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2013-2014

The Evolving Understanding of Climate Risk & National Security: People, not Polar Bears

                        Read more: The Evolving Understanding of Climate Risk & National Security: People, not Polar Bears

Rear Admiral USN, (retired) David Titley, currently a Professor of Practice in Meteorology and Founding Director of the Center for Solutions to Weather and Climate Risk at the Penn State Department of Meteorology spoke to a packed audience on the Cook Campus, New Brunswick on the risks of climate change to national security. Dr. Titley addressed key questions including: why is climate change a national security issue; how do we know it is happening, and what is the defense establishment doing to prepare for climate change? He noted that the Navy recognizes that the earth is warming and the ocean is storing most of the heat, and that the Arctic is warming twice as fast as the rest of the planet. He also pointed out that Arctic warming is causing summer sea ice to rapidly melt and thin, thereby opening the region to increasing access and maritime activity. Climate considerations to national security also relate to infrastructure (for example, naval bases are located along coastlines which are at risk of sea level rise and extreme weather conditions) and energy implications (for military and domestic use). Food security issues are a concern as 2 billion people get their primary source of food from the ocean which is being impacted by ocean acidification from increased carbon in the atmosphere. Droughts and floods impact food prices which can exacerbate instability in already unstable regions threatening global security. Dr. Titley noted that to tackle the challenge of climate change, perhaps nations should focus on what they can agree on, such as that everyone should have the energy they need rather than blaming one country or another for the climate crisis. "I still believe this country can do really amazing things when we get focused, but the time is running out, meaning the more costly it will be as the challenge becomes harder and harder the longer we wait." The talk was jointly sponsored by Rutgers Climate Institute, Rutgers Energy Institute and Rutgers Department of Earth and Planetary Sciences.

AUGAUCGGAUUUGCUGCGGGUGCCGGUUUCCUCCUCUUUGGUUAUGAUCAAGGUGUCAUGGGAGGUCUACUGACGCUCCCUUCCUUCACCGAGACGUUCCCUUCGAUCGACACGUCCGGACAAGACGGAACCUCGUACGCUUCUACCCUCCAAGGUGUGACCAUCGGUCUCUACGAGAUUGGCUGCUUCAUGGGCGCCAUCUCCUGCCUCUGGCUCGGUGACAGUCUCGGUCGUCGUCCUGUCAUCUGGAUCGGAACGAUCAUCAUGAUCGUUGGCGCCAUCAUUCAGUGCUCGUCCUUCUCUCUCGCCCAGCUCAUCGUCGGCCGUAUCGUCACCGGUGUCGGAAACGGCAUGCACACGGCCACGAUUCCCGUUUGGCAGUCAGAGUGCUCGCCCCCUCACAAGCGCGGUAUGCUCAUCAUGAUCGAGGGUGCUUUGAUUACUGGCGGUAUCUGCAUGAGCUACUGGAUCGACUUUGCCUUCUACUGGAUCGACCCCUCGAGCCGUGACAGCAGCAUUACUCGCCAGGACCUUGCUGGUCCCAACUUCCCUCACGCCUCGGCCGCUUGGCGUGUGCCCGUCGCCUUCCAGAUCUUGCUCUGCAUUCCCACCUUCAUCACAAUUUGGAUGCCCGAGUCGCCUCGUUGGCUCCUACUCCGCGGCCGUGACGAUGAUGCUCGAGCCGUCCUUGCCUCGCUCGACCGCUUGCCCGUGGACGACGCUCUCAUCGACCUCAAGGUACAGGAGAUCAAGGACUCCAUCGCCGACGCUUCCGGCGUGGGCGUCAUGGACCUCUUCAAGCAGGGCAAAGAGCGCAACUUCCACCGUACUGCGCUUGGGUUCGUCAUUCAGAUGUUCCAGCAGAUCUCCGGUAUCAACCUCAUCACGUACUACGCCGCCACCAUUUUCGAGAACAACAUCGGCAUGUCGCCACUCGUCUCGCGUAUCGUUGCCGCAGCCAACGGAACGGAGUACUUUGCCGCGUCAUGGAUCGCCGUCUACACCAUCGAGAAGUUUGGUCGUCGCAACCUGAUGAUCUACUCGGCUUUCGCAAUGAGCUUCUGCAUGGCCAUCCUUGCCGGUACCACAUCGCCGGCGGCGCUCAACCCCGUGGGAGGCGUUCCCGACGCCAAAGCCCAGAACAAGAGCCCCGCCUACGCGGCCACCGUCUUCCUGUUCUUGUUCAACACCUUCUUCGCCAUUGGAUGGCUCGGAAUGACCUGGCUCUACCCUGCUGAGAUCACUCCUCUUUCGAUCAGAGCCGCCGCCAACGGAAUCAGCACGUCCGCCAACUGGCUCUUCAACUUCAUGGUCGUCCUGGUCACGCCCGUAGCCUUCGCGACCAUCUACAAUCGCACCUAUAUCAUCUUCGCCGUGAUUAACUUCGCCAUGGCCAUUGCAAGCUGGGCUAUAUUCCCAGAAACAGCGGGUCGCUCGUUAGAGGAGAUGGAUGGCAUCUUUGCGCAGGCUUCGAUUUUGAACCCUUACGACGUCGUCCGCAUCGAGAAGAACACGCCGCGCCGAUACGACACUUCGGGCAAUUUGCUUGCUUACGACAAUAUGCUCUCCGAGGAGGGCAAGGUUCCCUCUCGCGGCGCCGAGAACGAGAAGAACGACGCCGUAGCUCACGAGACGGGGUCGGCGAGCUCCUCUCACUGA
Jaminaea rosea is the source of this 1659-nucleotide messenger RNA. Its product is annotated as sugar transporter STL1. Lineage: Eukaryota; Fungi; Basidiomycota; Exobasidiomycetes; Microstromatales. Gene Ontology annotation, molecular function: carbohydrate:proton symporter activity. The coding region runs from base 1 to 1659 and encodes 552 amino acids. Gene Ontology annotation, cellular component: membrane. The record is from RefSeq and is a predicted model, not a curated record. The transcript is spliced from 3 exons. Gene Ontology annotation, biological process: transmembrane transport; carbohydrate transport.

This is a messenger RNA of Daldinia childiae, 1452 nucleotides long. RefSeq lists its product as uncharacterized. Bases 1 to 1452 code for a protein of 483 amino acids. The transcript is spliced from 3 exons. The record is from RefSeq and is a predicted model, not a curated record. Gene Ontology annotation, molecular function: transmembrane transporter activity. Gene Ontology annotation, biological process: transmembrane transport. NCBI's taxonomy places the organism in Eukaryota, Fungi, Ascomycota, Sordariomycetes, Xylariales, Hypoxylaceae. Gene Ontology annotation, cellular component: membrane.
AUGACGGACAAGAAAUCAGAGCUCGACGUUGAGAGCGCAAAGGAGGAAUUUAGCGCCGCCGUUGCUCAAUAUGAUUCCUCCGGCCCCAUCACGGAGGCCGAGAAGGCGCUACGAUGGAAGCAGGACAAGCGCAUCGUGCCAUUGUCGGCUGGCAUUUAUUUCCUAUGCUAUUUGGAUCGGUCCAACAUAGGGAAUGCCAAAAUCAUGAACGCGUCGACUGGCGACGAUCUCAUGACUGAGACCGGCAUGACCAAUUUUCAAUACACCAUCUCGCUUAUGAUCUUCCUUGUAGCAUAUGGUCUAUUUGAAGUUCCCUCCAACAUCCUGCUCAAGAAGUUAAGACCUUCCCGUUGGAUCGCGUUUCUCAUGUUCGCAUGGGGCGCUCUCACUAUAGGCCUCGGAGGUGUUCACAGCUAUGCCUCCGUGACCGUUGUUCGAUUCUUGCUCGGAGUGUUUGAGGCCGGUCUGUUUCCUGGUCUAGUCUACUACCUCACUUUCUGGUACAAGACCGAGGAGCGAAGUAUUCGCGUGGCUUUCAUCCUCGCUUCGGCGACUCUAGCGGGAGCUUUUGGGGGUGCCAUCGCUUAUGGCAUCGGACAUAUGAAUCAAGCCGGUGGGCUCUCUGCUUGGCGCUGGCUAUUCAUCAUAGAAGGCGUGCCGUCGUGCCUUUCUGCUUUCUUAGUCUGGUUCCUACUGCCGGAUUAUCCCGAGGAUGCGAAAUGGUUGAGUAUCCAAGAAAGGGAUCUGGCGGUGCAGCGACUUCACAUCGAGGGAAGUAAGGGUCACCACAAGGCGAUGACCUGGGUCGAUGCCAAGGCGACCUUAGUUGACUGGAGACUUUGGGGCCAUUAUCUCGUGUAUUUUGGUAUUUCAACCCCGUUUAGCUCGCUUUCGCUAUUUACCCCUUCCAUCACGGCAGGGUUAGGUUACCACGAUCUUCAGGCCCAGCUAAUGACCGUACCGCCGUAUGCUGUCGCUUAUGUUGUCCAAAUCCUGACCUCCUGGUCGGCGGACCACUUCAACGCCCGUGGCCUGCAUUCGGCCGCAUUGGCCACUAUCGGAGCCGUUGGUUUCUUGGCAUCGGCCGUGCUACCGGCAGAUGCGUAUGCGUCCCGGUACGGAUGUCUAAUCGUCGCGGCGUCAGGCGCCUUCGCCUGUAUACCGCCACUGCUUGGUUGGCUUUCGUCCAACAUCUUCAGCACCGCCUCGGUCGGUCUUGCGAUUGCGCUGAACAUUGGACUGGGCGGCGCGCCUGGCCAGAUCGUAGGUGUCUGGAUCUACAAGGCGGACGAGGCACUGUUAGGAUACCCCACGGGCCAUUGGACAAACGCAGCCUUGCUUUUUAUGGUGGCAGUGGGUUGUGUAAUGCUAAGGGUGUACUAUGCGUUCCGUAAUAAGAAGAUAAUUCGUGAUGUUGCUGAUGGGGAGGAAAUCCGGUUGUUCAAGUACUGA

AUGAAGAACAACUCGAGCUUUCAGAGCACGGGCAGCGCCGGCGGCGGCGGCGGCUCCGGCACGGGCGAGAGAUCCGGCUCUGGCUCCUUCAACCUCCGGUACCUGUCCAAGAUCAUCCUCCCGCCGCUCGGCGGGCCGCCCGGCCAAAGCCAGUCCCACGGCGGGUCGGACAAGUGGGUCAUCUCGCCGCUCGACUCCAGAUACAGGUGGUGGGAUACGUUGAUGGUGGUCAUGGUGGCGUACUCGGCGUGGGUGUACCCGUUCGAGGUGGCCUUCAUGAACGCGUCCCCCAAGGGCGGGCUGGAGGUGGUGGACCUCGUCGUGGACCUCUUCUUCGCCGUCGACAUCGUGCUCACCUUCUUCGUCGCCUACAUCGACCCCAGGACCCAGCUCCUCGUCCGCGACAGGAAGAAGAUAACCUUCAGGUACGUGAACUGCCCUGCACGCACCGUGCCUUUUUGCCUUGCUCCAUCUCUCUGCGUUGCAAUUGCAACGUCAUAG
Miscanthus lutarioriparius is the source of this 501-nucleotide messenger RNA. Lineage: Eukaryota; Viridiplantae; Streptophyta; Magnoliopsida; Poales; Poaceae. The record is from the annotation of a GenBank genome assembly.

Video of Rear Admiral USN(retired) David Titley, Professor of Practice in Meteorology, Penn State

 

Read more: The Evolving Understanding of Climate Risk & National Security: People, not Polar BearsGuest lecturer Rear Admiral David Titley, U.S. Navy (Ret.) 3rd from Left with Program Hosts (left to right) Anthony Broccoli (Rutgers Climate Institute), Paul Falkowski (Rutgers Energy Institute), and Ying-Fan Reinfelder (Rutgers Department of Earth and Planetary Sciences).

 

   

Read more: The Evolving Understanding of Climate Risk & National Security: People, not Polar BearsRead more: The Evolving Understanding of Climate Risk & National Security: People, not Polar Bears

Rutgers Day - April 26, 2014

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Shored Up Film Screening and Panel Discussion: February 24, 2014